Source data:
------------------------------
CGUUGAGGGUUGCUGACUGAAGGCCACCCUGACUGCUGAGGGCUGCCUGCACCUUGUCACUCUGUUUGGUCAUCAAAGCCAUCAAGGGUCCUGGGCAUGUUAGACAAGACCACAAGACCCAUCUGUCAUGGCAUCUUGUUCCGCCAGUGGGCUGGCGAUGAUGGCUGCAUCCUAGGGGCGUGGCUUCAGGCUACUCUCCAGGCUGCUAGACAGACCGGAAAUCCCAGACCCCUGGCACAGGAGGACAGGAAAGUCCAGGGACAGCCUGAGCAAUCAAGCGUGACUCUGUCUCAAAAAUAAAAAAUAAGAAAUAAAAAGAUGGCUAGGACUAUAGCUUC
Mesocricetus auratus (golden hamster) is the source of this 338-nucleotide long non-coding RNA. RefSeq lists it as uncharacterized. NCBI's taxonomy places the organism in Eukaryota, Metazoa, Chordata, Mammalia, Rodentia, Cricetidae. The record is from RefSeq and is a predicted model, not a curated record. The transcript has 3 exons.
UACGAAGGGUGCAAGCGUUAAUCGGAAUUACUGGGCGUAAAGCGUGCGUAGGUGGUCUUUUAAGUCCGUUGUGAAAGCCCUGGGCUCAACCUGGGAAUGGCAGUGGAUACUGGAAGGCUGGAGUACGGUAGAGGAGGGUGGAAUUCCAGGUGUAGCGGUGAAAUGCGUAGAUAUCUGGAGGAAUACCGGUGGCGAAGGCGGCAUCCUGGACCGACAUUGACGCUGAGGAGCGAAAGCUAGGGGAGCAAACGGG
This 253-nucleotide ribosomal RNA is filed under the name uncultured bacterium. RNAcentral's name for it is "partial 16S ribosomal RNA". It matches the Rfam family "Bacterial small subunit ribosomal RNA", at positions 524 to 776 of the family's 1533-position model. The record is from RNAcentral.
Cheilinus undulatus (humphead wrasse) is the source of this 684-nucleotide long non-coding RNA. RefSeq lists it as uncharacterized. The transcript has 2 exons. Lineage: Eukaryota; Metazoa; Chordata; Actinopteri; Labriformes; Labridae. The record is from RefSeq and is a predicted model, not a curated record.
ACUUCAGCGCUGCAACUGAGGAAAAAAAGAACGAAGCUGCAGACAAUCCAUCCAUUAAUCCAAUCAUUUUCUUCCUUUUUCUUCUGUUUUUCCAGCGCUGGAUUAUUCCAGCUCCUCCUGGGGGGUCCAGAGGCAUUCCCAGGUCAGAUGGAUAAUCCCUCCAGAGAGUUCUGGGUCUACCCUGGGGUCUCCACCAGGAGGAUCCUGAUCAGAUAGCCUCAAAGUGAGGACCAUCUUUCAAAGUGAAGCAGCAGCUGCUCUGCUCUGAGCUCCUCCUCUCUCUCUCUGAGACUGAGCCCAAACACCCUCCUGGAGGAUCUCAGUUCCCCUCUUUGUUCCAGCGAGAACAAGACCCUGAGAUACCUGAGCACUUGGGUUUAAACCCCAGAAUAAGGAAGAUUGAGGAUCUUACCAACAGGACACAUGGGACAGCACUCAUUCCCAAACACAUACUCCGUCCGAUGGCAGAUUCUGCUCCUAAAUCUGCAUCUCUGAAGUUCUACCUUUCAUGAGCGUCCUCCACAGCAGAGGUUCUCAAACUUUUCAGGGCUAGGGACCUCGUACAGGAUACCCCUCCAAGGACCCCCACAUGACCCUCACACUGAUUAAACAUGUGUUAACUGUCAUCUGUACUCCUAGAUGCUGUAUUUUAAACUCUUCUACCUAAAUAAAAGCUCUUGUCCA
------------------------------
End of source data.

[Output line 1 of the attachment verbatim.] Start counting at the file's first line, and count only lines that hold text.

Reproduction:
CGUUGAGGGUUGCUGACUGAAGGCCACCCUGACUGCUGAGGGCUGCCUGCACCUUGUCACUCUGUUUGGUCAUCAAAGCCAUCAAGGGUCCUGGGCAUGUUAGACAAGACCACAAGACCCAUCUGUCAUGGCAUCUUGUUCCGCCAGUGGGCUGGCGAUGAUGGCUGCAUCCUAGGGGCGUGGCUUCAGGCUACUCUCCAGGCUGCUAGACAGACCGGAAAUCCCAGACCCCUGGCACAGGAGGACAGGAAAGUCCAGGGACAGCCUGAGCAAUCAAGCGUGACUCUGUCUCAAAAAUAAAAAAUAAGAAAUAAAAAGAUGGCUAGGACUAUAGCUUC